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Securitization can be part of the sustainable finance revolution if given the chance

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Regulatory treatment holds back sector ripe for assisting the ESG transition

People in the securitization industry, like their counterparts across the capital markets, are eager to play their part in the financial world's push on environmental, social and governance matters.

However, they believe their asset class is considered only as an afterthought when it comes to policy makers and that this is hindering their efforts to take part in the biggest secular shift in the way financing is done in decades.

And it is not just at the policy level that they think the world of finance is missing a trick. While banks have developed large sustainability-focused teams to sit across their capital markets businesses, securitization is often seen as too niche or too complex, so much so that at best it will have its own, separate sustainability team.

Securitization is very much the outcast of the capital markets, as it perhaps has been since the 2008 financial crisis. At the very least it is the estranged relative. Within the EU’s Green Bond Standards proposals, securitization doesn’t quite fit. It needs amendments, perhaps eventually its own framework.

At the same time, progress is slow as there are only a small amount of assets in Europe that are suitable for securitization which also qualify as green. Were regulators to allow the use of proceeds from a securitization to fund green projects, as they already do for other bonds, the potential for a functioning green ABS market would dramatically increase.

Yet regulators are taking "forever", as one speaker told Afme's sustainable finance conference in Amsterdam last week.

Tech vendors that can give firms or loans a sustainability rating often don’t do so for structured products. For simple, transparent and standardised-related (STS) sustainability disclosures, the European Supervisory Authorities again made it clear that securitization needs special treatment.

The proponents of the asset class must jump through hoops and accept terms that similar, secured products like covered bonds do not have to. The treatment of the two products under the Liquidity Coverage Ratio (LCR) rules is one such example.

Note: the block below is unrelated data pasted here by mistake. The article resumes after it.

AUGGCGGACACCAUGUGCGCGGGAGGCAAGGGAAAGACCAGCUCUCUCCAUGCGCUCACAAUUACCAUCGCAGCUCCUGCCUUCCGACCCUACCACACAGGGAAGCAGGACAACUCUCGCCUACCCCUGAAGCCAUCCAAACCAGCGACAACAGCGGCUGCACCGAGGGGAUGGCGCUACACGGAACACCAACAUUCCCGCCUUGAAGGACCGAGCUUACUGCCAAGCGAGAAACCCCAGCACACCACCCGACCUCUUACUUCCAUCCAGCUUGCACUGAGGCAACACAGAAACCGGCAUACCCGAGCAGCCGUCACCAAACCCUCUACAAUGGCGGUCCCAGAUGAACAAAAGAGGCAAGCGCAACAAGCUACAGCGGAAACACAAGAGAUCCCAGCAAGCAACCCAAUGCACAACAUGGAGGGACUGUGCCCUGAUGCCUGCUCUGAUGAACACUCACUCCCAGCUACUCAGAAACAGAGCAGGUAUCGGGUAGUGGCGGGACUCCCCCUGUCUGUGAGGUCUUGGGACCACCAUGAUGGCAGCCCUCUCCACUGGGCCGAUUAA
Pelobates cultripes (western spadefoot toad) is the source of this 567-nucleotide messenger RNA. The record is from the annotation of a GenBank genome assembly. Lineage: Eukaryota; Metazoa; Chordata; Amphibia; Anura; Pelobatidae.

The LCR has three categories: Level 1, Level 2A and Level 2B, with Level 1 being considered the best quality assets. Banks are required to hold assets under the LCR so that they can meet meet short-term obligations.

Covered bonds can count towards each of the tiers of the LCR, depending on their ratings, with triple-A rated versions eligible for the top level.

But any securitization that does not meet the criteria for EU's simple, transparent and standardised (STS) label, even if the notes are rated triple-A, are automatically ineligible for the LCR.

Even within STS securitizations that are LCR eligible, only the most senior tranche, typically triple-A rated, is eligible but the weighted average life (WAL) must be less than five years. Even at this point, those eligible securitizations can only qualify for Level 2B.

This renders securitization a less appealing market from which to draw funding or invest in, and stifles its growth as a result.

Combined, it creates the sense that securitization is not welcome in the move towards sustainable capital markets.

Perhaps it was this which led Daniela Francovicchio, head of securitization at the European Investment Fund to tell delegates at Afme's conference that the asset class had been “punished” for years.

Whether securitization is cast aside intentionally, as a punishment for its role in the global financial crisis of 2008 or due to a lack of understanding, is unclear. However, it is clear that governments, legislators and regulators can help unlock the great potential that securitization has in driving the EU’s green transition.

Securitization can dive down and touch the real economy. The ECB acknowledged this in 2014 when Yves Mersch, then an executive board member, advocated for using securitization as a way to fund SMEs that lacked competitive access to bank financing — a ploy some in the market today would no doubt hold up as a shining example of ESG finance.

"... connecting SME financing needs with the funds of bank and non-bank investors via securitization of SME loans can assist banks’ ability to fund and distribute risk," he said.

Well, at least someone at the ECB got it.

Securitization can be a direct method of creating more green funding or lending for energy-efficient homes, electric vehicles, solar energy, wind power, the list goes on. Eventually, it could incentivise consumers to choose greener options through discounts and subsidies.

However, none of this is possible if, while the rest of the capital markets are being greened, securitization is left in the brown stuff.

As another speaker told the Afme conference, time is not on our side. Action is needed and quickly. If the momentum for sustainable finance can be diverted to securitization, it would only add to the methods the financial world can use to help transition to a more sustainable society.

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